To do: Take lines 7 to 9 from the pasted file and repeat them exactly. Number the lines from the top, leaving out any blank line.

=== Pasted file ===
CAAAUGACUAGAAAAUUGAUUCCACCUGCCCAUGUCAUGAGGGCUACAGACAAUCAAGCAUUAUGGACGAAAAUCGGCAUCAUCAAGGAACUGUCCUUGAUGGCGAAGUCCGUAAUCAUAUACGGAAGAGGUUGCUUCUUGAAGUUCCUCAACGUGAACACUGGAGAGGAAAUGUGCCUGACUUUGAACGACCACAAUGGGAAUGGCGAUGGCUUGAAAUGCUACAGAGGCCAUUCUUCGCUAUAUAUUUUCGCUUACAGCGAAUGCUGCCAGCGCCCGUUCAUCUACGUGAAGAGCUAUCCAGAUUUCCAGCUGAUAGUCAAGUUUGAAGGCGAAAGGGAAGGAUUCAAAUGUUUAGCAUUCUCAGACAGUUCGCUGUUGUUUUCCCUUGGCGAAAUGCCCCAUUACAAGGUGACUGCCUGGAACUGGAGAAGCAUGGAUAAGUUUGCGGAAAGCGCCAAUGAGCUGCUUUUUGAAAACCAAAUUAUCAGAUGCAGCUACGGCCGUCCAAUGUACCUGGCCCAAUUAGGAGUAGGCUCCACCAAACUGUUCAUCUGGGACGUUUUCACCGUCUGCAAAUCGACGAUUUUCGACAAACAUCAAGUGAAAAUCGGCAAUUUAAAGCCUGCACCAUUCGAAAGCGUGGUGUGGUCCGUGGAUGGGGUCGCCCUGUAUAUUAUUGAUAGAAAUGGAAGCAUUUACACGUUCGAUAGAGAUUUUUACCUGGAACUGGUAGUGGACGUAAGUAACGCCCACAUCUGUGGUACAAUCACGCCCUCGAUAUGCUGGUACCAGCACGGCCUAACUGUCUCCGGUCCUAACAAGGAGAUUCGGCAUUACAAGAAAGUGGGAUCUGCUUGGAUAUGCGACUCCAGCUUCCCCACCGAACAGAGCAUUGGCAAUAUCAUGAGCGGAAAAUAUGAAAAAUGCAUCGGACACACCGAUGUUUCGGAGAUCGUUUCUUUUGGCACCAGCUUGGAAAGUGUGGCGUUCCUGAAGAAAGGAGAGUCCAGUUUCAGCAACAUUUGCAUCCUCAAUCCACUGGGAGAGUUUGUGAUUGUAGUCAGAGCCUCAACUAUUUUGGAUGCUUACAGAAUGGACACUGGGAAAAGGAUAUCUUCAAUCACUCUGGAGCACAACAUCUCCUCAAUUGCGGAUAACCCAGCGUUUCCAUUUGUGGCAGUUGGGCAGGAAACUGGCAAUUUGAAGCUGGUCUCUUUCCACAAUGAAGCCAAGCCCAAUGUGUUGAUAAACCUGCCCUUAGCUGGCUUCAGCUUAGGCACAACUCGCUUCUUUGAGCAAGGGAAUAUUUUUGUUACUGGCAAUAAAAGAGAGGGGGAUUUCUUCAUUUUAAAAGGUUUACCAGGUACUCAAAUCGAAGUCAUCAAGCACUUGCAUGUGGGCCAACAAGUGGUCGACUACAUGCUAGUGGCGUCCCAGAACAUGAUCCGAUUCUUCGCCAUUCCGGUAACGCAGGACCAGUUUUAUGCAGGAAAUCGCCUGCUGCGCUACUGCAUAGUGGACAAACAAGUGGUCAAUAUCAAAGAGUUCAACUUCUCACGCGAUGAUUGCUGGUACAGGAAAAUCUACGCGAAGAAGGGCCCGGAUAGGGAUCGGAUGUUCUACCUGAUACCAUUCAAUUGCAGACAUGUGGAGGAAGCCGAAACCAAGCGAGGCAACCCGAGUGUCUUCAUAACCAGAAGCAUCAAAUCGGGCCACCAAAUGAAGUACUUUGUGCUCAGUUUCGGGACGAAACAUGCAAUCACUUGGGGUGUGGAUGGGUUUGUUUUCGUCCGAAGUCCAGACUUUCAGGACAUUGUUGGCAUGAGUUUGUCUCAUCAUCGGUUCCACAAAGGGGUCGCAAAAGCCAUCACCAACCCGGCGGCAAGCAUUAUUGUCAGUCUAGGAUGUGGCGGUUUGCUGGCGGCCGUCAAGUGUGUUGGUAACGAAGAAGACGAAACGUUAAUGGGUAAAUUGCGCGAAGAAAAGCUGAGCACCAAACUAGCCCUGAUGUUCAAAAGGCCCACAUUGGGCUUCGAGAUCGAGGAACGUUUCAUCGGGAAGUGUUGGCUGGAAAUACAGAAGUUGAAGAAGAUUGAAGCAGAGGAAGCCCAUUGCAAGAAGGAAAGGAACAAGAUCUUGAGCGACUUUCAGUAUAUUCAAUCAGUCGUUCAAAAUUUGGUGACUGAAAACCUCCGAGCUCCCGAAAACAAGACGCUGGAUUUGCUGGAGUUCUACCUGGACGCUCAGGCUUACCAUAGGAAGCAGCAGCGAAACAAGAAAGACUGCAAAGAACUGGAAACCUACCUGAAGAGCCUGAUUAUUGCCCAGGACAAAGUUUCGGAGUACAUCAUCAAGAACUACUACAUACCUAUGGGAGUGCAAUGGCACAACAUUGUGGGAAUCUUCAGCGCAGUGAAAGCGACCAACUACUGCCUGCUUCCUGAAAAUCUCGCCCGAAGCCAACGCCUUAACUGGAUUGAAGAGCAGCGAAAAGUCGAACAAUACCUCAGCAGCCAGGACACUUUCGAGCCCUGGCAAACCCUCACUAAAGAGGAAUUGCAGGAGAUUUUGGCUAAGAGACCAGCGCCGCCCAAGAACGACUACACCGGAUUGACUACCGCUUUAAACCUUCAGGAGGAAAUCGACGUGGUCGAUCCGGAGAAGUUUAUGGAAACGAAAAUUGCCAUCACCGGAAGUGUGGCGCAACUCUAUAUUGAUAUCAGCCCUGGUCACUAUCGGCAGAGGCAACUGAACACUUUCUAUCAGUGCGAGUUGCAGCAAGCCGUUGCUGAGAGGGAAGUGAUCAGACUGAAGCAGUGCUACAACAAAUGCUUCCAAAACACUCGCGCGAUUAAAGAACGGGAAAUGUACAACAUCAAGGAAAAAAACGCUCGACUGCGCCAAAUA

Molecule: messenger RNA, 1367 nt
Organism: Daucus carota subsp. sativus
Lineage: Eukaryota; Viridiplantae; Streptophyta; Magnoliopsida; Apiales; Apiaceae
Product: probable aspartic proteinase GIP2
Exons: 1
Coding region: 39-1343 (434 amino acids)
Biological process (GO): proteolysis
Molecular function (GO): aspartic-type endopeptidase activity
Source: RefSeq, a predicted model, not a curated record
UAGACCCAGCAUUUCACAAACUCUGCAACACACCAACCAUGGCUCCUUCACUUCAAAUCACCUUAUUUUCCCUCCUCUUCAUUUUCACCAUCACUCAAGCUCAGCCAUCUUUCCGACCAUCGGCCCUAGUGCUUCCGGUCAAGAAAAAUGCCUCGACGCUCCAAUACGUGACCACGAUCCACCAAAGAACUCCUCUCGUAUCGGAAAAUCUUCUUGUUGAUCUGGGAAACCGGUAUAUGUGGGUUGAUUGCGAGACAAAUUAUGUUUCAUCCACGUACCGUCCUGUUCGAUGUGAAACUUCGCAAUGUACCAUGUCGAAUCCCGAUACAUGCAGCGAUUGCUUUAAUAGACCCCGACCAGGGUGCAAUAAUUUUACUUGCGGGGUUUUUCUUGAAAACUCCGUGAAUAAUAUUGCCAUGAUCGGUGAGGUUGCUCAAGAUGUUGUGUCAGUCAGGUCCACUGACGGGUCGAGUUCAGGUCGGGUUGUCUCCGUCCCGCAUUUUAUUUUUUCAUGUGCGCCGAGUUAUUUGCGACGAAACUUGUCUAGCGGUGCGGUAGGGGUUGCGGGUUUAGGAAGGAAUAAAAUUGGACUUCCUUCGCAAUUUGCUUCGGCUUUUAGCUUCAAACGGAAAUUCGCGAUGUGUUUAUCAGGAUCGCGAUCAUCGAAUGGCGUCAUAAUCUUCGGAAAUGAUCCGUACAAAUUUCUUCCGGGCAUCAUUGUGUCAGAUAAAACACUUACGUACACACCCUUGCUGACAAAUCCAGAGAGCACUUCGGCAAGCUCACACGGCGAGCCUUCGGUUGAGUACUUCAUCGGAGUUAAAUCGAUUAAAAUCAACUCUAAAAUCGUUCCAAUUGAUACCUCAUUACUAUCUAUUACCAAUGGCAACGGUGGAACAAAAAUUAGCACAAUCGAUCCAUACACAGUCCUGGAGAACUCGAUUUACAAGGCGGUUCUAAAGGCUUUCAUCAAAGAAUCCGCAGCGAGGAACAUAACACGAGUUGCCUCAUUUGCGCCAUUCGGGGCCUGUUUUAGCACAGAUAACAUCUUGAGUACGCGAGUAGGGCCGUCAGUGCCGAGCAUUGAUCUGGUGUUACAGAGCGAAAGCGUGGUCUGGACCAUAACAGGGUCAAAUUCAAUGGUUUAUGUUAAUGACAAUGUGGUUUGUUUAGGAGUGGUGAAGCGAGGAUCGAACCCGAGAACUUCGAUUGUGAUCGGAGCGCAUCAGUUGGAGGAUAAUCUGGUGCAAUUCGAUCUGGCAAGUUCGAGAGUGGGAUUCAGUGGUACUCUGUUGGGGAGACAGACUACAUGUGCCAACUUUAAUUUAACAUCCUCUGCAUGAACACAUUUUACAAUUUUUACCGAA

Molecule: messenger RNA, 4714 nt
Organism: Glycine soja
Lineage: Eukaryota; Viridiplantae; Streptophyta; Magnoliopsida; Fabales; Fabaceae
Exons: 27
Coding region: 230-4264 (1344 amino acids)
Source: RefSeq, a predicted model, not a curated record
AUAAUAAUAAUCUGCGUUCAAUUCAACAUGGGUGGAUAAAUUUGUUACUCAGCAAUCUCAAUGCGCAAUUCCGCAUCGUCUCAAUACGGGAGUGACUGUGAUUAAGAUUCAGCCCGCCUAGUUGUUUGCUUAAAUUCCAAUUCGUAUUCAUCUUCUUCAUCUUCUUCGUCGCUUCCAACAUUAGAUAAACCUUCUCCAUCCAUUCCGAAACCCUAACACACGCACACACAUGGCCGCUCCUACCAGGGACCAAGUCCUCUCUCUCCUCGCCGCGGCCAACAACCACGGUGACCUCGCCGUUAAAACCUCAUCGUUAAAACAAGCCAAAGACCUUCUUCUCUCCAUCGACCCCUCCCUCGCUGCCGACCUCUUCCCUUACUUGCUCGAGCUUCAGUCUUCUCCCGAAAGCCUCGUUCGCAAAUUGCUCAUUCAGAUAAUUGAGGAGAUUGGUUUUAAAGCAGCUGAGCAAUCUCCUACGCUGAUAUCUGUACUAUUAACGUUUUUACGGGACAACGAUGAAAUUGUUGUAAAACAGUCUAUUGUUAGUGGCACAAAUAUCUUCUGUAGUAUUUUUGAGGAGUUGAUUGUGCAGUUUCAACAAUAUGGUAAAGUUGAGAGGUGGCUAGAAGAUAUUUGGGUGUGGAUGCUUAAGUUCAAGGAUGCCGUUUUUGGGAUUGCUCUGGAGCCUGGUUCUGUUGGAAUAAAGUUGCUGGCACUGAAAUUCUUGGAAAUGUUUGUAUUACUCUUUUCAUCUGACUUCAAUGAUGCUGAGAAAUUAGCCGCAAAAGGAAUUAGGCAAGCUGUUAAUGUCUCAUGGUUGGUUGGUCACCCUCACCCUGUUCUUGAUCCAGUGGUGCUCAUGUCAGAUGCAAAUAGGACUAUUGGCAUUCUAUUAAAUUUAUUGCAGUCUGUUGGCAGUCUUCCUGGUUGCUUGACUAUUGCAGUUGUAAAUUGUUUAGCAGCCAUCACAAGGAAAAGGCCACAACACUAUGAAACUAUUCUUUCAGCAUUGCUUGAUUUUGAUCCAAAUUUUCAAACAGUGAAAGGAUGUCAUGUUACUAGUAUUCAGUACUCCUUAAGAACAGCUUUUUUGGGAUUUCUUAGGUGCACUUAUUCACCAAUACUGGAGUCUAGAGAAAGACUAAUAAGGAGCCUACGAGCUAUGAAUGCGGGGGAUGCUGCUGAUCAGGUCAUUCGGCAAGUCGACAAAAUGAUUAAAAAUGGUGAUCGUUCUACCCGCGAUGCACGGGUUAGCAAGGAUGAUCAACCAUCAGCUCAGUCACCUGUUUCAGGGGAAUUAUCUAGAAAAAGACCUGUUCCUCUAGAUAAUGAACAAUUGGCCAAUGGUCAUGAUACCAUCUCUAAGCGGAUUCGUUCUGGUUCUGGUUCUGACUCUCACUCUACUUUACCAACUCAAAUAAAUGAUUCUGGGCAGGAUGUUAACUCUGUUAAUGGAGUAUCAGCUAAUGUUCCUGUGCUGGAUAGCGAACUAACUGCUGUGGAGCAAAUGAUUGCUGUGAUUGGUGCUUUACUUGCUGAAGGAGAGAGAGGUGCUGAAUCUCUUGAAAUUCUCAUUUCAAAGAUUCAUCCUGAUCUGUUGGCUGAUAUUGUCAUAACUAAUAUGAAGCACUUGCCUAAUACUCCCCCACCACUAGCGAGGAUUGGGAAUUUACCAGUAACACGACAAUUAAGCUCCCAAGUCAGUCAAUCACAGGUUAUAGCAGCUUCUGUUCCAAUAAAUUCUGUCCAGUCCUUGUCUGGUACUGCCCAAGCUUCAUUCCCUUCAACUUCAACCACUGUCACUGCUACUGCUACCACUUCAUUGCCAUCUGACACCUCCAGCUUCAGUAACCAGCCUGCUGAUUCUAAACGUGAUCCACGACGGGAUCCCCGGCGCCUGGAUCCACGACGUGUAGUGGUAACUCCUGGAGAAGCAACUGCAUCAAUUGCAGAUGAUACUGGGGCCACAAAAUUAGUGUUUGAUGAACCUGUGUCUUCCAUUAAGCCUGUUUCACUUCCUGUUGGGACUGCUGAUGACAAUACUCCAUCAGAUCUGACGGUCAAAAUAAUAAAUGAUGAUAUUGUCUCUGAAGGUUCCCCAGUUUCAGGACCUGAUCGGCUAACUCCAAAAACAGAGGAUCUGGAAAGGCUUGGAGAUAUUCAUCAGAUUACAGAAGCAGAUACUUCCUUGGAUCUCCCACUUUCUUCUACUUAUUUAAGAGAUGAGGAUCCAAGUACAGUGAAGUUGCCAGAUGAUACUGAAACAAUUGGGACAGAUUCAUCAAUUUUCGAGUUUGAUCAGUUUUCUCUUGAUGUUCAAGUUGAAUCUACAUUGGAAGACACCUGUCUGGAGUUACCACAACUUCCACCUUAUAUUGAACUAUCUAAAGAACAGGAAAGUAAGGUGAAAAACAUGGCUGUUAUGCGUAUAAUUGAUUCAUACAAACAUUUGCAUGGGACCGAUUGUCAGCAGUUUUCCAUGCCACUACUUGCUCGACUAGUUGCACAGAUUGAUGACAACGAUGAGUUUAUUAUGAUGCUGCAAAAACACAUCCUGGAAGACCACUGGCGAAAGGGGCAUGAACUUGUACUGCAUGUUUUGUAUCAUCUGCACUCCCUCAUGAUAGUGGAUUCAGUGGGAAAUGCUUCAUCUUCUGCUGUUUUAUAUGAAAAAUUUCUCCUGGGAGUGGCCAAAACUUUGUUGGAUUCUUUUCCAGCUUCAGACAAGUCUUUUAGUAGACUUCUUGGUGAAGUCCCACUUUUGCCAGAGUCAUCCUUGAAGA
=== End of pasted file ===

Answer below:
Coding region: 39-1343 (434 amino acids)
Biological process (GO): proteolysis
Molecular function (GO): aspartic-type endopeptidase activity